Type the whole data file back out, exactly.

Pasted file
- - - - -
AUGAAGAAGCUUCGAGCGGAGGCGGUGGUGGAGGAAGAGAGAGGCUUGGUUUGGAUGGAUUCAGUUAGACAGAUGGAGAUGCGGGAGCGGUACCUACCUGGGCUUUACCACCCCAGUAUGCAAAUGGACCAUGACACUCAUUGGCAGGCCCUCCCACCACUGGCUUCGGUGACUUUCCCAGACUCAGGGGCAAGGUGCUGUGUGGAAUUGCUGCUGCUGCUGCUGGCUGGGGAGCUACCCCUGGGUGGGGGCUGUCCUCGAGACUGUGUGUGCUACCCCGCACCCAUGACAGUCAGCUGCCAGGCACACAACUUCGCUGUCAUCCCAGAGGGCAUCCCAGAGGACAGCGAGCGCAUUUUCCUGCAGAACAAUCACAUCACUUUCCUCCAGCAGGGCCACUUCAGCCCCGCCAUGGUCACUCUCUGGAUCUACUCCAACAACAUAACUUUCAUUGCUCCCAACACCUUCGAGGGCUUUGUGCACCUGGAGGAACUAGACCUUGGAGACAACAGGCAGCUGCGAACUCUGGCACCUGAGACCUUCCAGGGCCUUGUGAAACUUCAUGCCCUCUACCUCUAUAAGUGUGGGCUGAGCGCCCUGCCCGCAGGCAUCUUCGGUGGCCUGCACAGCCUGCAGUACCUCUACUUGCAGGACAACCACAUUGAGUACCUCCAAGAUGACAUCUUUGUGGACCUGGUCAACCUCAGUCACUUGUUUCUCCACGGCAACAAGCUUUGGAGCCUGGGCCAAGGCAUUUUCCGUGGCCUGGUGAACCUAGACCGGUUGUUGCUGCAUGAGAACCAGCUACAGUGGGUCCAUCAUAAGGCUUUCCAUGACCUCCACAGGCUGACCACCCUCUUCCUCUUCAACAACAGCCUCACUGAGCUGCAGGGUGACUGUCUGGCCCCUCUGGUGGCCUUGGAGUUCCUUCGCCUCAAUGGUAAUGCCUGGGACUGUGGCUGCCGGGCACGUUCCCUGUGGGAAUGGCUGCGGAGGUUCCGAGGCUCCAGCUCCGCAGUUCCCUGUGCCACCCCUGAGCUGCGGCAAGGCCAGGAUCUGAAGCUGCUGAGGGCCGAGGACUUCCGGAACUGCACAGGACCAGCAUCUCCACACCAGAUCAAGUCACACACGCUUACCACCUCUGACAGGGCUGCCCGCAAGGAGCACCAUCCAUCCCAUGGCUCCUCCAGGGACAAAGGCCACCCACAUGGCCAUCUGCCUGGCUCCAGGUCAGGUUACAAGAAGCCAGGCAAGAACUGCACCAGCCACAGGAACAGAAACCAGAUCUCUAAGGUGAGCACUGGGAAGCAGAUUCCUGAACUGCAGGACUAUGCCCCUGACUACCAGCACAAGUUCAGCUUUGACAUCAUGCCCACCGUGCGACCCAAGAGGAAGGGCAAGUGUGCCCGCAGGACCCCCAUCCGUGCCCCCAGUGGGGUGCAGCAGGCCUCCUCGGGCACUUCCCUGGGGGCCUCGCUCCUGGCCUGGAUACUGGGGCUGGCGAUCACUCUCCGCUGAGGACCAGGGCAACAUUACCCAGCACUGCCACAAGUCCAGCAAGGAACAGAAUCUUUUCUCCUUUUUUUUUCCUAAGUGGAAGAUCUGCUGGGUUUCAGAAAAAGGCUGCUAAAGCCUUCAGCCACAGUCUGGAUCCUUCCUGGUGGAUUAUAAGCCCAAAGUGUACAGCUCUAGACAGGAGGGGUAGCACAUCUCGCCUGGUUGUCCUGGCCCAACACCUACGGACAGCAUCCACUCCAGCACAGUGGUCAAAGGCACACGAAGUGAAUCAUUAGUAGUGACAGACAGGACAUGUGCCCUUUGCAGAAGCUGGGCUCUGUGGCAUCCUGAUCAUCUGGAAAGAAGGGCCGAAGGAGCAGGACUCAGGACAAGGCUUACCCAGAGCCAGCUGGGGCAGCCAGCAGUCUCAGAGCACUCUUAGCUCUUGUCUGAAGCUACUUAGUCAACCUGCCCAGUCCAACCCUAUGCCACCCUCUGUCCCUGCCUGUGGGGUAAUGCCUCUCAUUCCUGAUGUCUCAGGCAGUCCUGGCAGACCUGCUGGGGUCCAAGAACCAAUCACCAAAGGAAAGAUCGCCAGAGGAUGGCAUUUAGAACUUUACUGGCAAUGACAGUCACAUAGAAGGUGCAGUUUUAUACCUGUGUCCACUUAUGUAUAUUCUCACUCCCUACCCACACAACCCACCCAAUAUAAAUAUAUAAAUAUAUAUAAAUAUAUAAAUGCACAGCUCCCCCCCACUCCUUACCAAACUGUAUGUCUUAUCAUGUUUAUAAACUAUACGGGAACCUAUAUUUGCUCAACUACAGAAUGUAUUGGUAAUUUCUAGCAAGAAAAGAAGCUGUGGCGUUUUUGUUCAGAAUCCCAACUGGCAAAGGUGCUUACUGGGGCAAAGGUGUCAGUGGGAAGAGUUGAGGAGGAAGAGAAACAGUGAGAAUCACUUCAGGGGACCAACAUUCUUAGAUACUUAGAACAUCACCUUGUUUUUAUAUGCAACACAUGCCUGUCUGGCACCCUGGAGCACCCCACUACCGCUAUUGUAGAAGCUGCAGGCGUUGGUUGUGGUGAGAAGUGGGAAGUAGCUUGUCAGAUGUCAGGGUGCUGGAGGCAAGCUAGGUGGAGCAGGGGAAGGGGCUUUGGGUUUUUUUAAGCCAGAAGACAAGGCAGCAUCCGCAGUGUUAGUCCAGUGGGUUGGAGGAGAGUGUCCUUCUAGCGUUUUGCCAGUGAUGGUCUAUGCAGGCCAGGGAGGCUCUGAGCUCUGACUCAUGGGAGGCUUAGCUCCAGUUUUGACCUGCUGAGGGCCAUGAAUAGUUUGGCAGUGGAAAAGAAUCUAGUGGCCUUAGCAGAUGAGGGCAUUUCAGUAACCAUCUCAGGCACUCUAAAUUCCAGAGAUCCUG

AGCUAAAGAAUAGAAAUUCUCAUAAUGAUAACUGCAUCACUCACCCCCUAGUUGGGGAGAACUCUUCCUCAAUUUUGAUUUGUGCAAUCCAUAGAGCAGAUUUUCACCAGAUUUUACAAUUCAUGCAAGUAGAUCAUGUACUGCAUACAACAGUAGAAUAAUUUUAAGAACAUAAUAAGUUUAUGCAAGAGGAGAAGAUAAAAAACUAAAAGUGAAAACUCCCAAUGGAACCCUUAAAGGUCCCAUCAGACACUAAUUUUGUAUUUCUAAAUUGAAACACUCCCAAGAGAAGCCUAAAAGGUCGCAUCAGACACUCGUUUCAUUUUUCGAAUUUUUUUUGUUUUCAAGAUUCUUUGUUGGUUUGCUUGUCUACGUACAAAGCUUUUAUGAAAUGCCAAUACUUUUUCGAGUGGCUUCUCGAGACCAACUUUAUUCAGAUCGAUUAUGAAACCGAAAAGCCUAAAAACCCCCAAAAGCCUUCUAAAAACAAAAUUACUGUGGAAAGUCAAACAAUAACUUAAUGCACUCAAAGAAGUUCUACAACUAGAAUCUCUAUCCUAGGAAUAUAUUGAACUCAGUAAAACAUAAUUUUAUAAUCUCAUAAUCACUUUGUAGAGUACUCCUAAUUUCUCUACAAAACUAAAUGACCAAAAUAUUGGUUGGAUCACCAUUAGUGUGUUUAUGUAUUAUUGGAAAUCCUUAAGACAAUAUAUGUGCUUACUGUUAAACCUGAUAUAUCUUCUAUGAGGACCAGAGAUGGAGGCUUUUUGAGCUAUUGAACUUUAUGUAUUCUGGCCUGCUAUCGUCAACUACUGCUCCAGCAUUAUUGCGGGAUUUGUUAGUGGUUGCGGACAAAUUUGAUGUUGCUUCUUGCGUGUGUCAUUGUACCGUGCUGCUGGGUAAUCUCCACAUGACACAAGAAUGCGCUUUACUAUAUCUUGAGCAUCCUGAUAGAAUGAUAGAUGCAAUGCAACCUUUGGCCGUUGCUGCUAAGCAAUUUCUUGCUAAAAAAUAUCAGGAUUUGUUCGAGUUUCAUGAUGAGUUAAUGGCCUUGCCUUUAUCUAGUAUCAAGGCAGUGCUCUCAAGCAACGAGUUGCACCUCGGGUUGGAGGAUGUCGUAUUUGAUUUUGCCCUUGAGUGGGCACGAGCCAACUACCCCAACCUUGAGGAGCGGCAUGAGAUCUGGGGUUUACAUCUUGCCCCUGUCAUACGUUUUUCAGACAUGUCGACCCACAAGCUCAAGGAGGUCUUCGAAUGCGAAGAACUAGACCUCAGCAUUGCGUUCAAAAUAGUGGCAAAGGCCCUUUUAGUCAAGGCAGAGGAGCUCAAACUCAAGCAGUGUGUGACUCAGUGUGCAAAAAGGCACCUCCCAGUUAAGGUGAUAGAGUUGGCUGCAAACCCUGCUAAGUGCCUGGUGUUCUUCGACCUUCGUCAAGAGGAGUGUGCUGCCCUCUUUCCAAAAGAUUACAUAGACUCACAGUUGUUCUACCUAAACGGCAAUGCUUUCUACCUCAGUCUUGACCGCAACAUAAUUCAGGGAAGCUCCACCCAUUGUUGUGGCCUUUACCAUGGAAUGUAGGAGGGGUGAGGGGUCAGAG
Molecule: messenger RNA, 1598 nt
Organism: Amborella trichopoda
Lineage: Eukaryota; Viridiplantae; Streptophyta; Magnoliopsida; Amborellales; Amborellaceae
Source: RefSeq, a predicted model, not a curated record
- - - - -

AUGAAGAAGCUUCGAGCGGAGGCGGUGGUGGAGGAAGAGAGAGGCUUGGUUUGGAUGGAUUCAGUUAGACAGAUGGAGAUGCGGGAGCGGUACCUACCUGGGCUUUACCACCCCAGUAUGCAAAUGGACCAUGACACUCAUUGGCAGGCCCUCCCACCACUGGCUUCGGUGACUUUCCCAGACUCAGGGGCAAGGUGCUGUGUGGAAUUGCUGCUGCUGCUGCUGGCUGGGGAGCUACCCCUGGGUGGGGGCUGUCCUCGAGACUGUGUGUGCUACCCCGCACCCAUGACAGUCAGCUGCCAGGCACACAACUUCGCUGUCAUCCCAGAGGGCAUCCCAGAGGACAGCGAGCGCAUUUUCCUGCAGAACAAUCACAUCACUUUCCUCCAGCAGGGCCACUUCAGCCCCGCCAUGGUCACUCUCUGGAUCUACUCCAACAACAUAACUUUCAUUGCUCCCAACACCUUCGAGGGCUUUGUGCACCUGGAGGAACUAGACCUUGGAGACAACAGGCAGCUGCGAACUCUGGCACCUGAGACCUUCCAGGGCCUUGUGAAACUUCAUGCCCUCUACCUCUAUAAGUGUGGGCUGAGCGCCCUGCCCGCAGGCAUCUUCGGUGGCCUGCACAGCCUGCAGUACCUCUACUUGCAGGACAACCACAUUGAGUACCUCCAAGAUGACAUCUUUGUGGACCUGGUCAACCUCAGUCACUUGUUUCUCCACGGCAACAAGCUUUGGAGCCUGGGCCAAGGCAUUUUCCGUGGCCUGGUGAACCUAGACCGGUUGUUGCUGCAUGAGAACCAGCUACAGUGGGUCCAUCAUAAGGCUUUCCAUGACCUCCACAGGCUGACCACCCUCUUCCUCUUCAACAACAGCCUCACUGAGCUGCAGGGUGACUGUCUGGCCCCUCUGGUGGCCUUGGAGUUCCUUCGCCUCAAUGGUAAUGCCUGGGACUGUGGCUGCCGGGCACGUUCCCUGUGGGAAUGGCUGCGGAGGUUCCGAGGCUCCAGCUCCGCAGUUCCCUGUGCCACCCCUGAGCUGCGGCAAGGCCAGGAUCUGAAGCUGCUGAGGGCCGAGGACUUCCGGAACUGCACAGGACCAGCAUCUCCACACCAGAUCAAGUCACACACGCUUACCACCUCUGACAGGGCUGCCCGCAAGGAGCACCAUCCAUCCCAUGGCUCCUCCAGGGACAAAGGCCACCCACAUGGCCAUCUGCCUGGCUCCAGGUCAGGUUACAAGAAGCCAGGCAAGAACUGCACCAGCCACAGGAACAGAAACCAGAUCUCUAAGGUGAGCACUGGGAAGCAGAUUCCUGAACUGCAGGACUAUGCCCCUGACUACCAGCACAAGUUCAGCUUUGACAUCAUGCCCACCGUGCGACCCAAGAGGAAGGGCAAGUGUGCCCGCAGGACCCCCAUCCGUGCCCCCAGUGGGGUGCAGCAGGCCUCCUCGGGCACUUCCCUGGGGGCCUCGCUCCUGGCCUGGAUACUGGGGCUGGCGAUCACUCUCCGCUGAGGACCAGGGCAACAUUACCCAGCACUGCCACAAGUCCAGCAAGGAACAGAAUCUUUUCUCCUUUUUUUUUCCUAAGUGGAAGAUCUGCUGGGUUUCAGAAAAAGGCUGCUAAAGCCUUCAGCCACAGUCUGGAUCCUUCCUGGUGGAUUAUAAGCCCAAAGUGUACAGCUCUAGACAGGAGGGGUAGCACAUCUCGCCUGGUUGUCCUGGCCCAACACCUACGGACAGCAUCCACUCCAGCACAGUGGUCAAAGGCACACGAAGUGAAUCAUUAGUAGUGACAGACAGGACAUGUGCCCUUUGCAGAAGCUGGGCUCUGUGGCAUCCUGAUCAUCUGGAAAGAAGGGCCGAAGGAGCAGGACUCAGGACAAGGCUUACCCAGAGCCAGCUGGGGCAGCCAGCAGUCUCAGAGCACUCUUAGCUCUUGUCUGAAGCUACUUAGUCAACCUGCCCAGUCCAACCCUAUGCCACCCUCUGUCCCUGCCUGUGGGGUAAUGCCUCUCAUUCCUGAUGUCUCAGGCAGUCCUGGCAGACCUGCUGGGGUCCAAGAACCAAUCACCAAAGGAAAGAUCGCCAGAGGAUGGCAUUUAGAACUUUACUGGCAAUGACAGUCACAUAGAAGGUGCAGUUUUAUACCUGUGUCCACUUAUGUAUAUUCUCACUCCCUACCCACACAACCCACCCAAUAUAAAUAUAUAAAUAUAUAUAAAUAUAUAAAUGCACAGCUCCCCCCCACUCCUUACCAAACUGUAUGUCUUAUCAUGUUUAUAAACUAUACGGGAACCUAUAUUUGCUCAACUACAGAAUGUAUUGGUAAUUUCUAGCAAGAAAAGAAGCUGUGGCGUUUUUGUUCAGAAUCCCAACUGGCAAAGGUGCUUACUGGGGCAAAGGUGUCAGUGGGAAGAGUUGAGGAGGAAGAGAAACAGUGAGAAUCACUUCAGGGGACCAACAUUCUUAGAUACUUAGAACAUCACCUUGUUUUUAUAUGCAACACAUGCCUGUCUGGCACCCUGGAGCACCCCACUACCGCUAUUGUAGAAGCUGCAGGCGUUGGUUGUGGUGAGAAGUGGGAAGUAGCUUGUCAGAUGUCAGGGUGCUGGAGGCAAGCUAGGUGGAGCAGGGGAAGGGGCUUUGGGUUUUUUUAAGCCAGAAGACAAGGCAGCAUCCGCAGUGUUAGUCCAGUGGGUUGGAGGAGAGUGUCCUUCUAGCGUUUUGCCAGUGAUGGUCUAUGCAGGCCAGGGAGGCUCUGAGCUCUGACUCAUGGGAGGCUUAGCUCCAGUUUUGACCUGCUGAGGGCCAUGAAUAGUUUGGCAGUGGAAAAGAAUCUAGUGGCCUUAGCAGAUGAGGGCAUUUCAGUAACCAUCUCAGGCACUCUAAAUUCCAGAGAUCCUG

AGCUAAAGAAUAGAAAUUCUCAUAAUGAUAACUGCAUCACUCACCCCCUAGUUGGGGAGAACUCUUCCUCAAUUUUGAUUUGUGCAAUCCAUAGAGCAGAUUUUCACCAGAUUUUACAAUUCAUGCAAGUAGAUCAUGUACUGCAUACAACAGUAGAAUAAUUUUAAGAACAUAAUAAGUUUAUGCAAGAGGAGAAGAUAAAAAACUAAAAGUGAAAACUCCCAAUGGAACCCUUAAAGGUCCCAUCAGACACUAAUUUUGUAUUUCUAAAUUGAAACACUCCCAAGAGAAGCCUAAAAGGUCGCAUCAGACACUCGUUUCAUUUUUCGAAUUUUUUUUGUUUUCAAGAUUCUUUGUUGGUUUGCUUGUCUACGUACAAAGCUUUUAUGAAAUGCCAAUACUUUUUCGAGUGGCUUCUCGAGACCAACUUUAUUCAGAUCGAUUAUGAAACCGAAAAGCCUAAAAACCCCCAAAAGCCUUCUAAAAACAAAAUUACUGUGGAAAGUCAAACAAUAACUUAAUGCACUCAAAGAAGUUCUACAACUAGAAUCUCUAUCCUAGGAAUAUAUUGAACUCAGUAAAACAUAAUUUUAUAAUCUCAUAAUCACUUUGUAGAGUACUCCUAAUUUCUCUACAAAACUAAAUGACCAAAAUAUUGGUUGGAUCACCAUUAGUGUGUUUAUGUAUUAUUGGAAAUCCUUAAGACAAUAUAUGUGCUUACUGUUAAACCUGAUAUAUCUUCUAUGAGGACCAGAGAUGGAGGCUUUUUGAGCUAUUGAACUUUAUGUAUUCUGGCCUGCUAUCGUCAACUACUGCUCCAGCAUUAUUGCGGGAUUUGUUAGUGGUUGCGGACAAAUUUGAUGUUGCUUCUUGCGUGUGUCAUUGUACCGUGCUGCUGGGUAAUCUCCACAUGACACAAGAAUGCGCUUUACUAUAUCUUGAGCAUCCUGAUAGAAUGAUAGAUGCAAUGCAACCUUUGGCCGUUGCUGCUAAGCAAUUUCUUGCUAAAAAAUAUCAGGAUUUGUUCGAGUUUCAUGAUGAGUUAAUGGCCUUGCCUUUAUCUAGUAUCAAGGCAGUGCUCUCAAGCAACGAGUUGCACCUCGGGUUGGAGGAUGUCGUAUUUGAUUUUGCCCUUGAGUGGGCACGAGCCAACUACCCCAACCUUGAGGAGCGGCAUGAGAUCUGGGGUUUACAUCUUGCCCCUGUCAUACGUUUUUCAGACAUGUCGACCCACAAGCUCAAGGAGGUCUUCGAAUGCGAAGAACUAGACCUCAGCAUUGCGUUCAAAAUAGUGGCAAAGGCCCUUUUAGUCAAGGCAGAGGAGCUCAAACUCAAGCAGUGUGUGACUCAGUGUGCAAAAAGGCACCUCCCAGUUAAGGUGAUAGAGUUGGCUGCAAACCCUGCUAAGUGCCUGGUGUUCUUCGACCUUCGUCAAGAGGAGUGUGCUGCCCUCUUUCCAAAAGAUUACAUAGACUCACAGUUGUUCUACCUAAACGGCAAUGCUUUCUACCUCAGUCUUGACCGCAACAUAAUUCAGGGAAGCUCCACCCAUUGUUGUGGCCUUUACCAUGGAAUGUAGGAGGGGUGAGGGGUCAGAG
Molecule: messenger RNA, 1598 nt
Organism: Amborella trichopoda
Lineage: Eukaryota; Viridiplantae; Streptophyta; Magnoliopsida; Amborellales; Amborellaceae
Source: RefSeq, a predicted model, not a curated record